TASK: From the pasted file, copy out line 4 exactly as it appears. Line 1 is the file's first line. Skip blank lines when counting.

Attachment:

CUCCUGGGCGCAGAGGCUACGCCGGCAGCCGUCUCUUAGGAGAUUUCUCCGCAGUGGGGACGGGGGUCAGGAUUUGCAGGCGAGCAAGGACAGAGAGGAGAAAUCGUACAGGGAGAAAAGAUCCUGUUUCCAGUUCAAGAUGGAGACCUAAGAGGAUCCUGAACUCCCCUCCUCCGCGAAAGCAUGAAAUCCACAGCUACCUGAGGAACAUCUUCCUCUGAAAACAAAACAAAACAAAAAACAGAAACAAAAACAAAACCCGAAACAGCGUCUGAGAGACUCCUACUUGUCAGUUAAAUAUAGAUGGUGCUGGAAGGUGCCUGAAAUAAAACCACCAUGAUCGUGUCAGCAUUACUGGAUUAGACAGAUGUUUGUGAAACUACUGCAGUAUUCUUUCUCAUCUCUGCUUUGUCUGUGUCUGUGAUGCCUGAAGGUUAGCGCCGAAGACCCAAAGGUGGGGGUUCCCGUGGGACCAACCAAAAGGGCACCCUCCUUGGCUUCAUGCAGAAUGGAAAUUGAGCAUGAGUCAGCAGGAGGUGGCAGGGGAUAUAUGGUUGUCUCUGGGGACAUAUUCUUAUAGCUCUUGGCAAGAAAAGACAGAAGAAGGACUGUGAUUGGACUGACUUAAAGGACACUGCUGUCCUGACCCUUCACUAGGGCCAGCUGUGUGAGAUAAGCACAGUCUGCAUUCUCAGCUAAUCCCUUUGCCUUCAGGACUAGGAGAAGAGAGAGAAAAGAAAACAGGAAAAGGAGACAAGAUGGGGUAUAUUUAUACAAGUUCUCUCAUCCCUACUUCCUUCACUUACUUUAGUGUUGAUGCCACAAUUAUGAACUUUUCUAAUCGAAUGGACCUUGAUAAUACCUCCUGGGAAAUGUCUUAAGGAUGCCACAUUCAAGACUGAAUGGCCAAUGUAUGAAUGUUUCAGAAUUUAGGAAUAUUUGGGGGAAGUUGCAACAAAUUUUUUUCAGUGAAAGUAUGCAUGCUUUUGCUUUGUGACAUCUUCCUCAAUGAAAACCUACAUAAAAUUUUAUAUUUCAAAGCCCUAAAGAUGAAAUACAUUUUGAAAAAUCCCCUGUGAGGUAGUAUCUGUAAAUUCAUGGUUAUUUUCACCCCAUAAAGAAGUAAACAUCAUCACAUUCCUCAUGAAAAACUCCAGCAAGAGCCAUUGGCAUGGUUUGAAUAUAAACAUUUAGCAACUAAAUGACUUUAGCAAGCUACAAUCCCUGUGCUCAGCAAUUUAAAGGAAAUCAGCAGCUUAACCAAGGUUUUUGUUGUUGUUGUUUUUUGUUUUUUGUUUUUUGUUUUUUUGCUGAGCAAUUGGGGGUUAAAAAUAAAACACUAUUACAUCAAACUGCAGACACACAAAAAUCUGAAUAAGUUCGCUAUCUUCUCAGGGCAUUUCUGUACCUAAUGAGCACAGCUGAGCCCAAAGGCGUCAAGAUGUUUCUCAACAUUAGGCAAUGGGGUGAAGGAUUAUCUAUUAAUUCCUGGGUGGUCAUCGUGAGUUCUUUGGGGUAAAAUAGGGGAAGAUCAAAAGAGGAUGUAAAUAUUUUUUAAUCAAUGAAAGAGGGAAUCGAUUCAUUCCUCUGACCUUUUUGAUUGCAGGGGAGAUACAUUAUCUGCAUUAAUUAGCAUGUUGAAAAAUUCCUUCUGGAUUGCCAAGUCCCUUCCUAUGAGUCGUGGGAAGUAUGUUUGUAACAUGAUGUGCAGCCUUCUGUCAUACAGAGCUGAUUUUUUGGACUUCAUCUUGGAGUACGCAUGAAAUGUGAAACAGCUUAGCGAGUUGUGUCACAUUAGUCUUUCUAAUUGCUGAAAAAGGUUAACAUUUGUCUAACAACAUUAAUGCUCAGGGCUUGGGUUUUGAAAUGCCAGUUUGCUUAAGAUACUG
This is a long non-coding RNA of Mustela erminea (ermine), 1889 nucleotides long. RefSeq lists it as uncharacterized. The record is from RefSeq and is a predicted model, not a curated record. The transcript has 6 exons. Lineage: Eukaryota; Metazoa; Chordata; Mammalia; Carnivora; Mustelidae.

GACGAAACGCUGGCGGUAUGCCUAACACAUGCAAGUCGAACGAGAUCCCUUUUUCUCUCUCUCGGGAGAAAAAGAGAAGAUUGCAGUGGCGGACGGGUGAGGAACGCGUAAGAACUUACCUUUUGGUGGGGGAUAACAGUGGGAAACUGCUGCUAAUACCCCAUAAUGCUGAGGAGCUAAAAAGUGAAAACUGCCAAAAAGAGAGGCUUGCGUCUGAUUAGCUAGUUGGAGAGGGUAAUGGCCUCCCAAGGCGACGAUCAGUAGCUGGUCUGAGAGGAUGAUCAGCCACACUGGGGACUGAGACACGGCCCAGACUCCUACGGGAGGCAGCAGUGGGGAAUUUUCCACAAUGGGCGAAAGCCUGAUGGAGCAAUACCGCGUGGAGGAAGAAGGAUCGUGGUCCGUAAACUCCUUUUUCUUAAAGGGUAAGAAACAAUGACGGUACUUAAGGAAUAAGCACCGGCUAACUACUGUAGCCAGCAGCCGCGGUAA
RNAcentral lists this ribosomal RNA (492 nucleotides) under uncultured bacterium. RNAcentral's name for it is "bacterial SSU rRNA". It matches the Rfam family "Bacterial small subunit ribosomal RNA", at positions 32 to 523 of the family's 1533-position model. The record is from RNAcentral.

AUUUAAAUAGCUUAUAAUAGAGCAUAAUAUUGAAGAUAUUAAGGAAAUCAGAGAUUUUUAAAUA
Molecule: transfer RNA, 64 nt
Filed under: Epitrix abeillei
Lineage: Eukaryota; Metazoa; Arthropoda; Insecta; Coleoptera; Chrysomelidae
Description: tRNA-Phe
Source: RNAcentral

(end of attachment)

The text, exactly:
RNAcentral lists this ribosomal RNA (492 nucleotides) under uncultured bacterium. RNAcentral's name for it is "bacterial SSU rRNA". It matches the Rfam family "Bacterial small subunit ribosomal RNA", at positions 32 to 523 of the family's 1533-position model. The record is from RNAcentral.